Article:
Cambridge Analytica demonstrated the capabilities of data mining software during the 2016 Presidential Election when they data mined 87 million Facebook profiles. LinkedIn, Facebook, and Twitter profiles alone contain treasure troves of information: names, addresses, locations visited, phone numbers, emails, profile pictures (for facial recognition), education, places of employment, and the names of coworkers and friends. Social media profiles also contain information that could serve as various metrics for a government looking for dissent: connections to other dissidents (Facebook friends, LinkedIn connections, Twitter followers, etc.), Tweets, Twitter hashtags, and Facebook comments. A mass surveillance system could use social media data to build a massive social network map and profiles of political dissidents.

Mass surveillance is not just about cameras, cyber data mining, and electronic listening devices, though. Human intelligence (HUMINT) still plays a vital role in any mass surveillance system, and technology can make the collection of HUMINT far more effective and efficient through crowdsourcing. Crowdsourcing is the use of large groups of people to collect information through online platforms. Using crowdsourcing, governments can collect intelligence from thousands, hundreds of thousands, or even millions of informants quickly and efficiently. Crowdsourcing also allows government to direct large groups of supporters to respond to online dissent. The Israeli government developed an online program called Act.il that facilitates the coordination of, “…thousands of mostly U.S.-based volunteers who can be directed from Israel into a social media swarm.” This app allows the Israeli government and its allies to promote their narratives and respond effectively to any counter-narratives.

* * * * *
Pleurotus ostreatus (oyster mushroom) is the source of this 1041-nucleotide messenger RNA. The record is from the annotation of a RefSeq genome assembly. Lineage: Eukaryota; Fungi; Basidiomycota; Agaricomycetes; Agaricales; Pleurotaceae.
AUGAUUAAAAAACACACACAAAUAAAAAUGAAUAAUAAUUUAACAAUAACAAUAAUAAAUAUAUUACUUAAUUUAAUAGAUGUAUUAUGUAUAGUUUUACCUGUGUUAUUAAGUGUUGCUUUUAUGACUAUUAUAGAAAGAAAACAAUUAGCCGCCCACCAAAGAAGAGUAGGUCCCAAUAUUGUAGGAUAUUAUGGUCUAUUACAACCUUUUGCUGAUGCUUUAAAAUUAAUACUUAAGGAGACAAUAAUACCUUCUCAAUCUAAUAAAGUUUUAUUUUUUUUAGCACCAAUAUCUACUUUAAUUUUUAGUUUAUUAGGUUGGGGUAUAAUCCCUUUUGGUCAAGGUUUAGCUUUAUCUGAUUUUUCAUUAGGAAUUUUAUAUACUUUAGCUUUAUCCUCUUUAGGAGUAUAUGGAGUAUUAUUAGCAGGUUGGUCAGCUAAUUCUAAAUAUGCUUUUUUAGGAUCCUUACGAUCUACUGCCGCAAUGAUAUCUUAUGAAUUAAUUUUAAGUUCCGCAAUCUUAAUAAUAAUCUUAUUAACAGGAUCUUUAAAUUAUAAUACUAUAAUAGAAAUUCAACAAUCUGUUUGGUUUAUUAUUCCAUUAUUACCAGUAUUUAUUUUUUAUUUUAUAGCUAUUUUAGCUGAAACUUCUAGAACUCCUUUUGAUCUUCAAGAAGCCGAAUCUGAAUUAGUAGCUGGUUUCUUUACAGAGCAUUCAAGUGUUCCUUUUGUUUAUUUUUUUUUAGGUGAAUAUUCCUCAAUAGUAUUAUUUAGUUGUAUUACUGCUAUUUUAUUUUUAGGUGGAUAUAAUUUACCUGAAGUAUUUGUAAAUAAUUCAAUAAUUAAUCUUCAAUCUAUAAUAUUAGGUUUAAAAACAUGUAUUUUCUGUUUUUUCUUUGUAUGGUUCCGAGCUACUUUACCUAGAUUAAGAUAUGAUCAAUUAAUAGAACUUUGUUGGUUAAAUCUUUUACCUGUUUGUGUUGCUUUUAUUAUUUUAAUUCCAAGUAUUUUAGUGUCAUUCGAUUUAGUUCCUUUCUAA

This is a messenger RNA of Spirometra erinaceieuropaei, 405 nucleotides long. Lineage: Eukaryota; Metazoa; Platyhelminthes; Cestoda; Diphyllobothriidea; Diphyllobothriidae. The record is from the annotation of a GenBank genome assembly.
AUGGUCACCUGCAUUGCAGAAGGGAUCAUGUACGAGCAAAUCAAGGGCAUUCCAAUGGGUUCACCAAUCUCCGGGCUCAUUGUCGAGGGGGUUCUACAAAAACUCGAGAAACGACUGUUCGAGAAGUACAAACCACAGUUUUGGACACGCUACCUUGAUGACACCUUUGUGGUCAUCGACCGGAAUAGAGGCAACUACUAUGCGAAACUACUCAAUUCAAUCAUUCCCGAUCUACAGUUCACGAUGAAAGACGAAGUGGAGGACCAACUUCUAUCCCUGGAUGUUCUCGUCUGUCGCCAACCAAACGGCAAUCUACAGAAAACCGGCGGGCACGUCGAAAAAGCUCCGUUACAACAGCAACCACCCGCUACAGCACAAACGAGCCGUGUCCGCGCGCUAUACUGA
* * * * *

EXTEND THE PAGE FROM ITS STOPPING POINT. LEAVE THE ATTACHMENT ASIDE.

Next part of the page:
Using this data, governments could identify dissidents, opposition political activists, and any other groups that could pose a threat to the regime. Using a gamification system (similar to the social credit system used in China), these people can be ranked according to many different metrics (e.g., ties to other dissidents, work with dissident groups, participation in protests, etc.) to determine their threat level. With this ranking, governments can focus their mass surveillance system to target specific individuals for continuous monitoring. As more intelligence comes into the system, each target’s individual ranking can change based on the target’s evolving threat profile.

Once a targeted individual has reached a certain ranking, the system will automatically begin creating a plan to neutralize the threat. At lower thresholds, the system might only dispatch bots to troll a target’s social media accounts. At a higher threshold, the system might dispatch security forces to incarcerate or deport the target. At the highest threshold, the system could dispatch autonomous drones, using the most advanced “swarm drone” technology, to assassinate the target.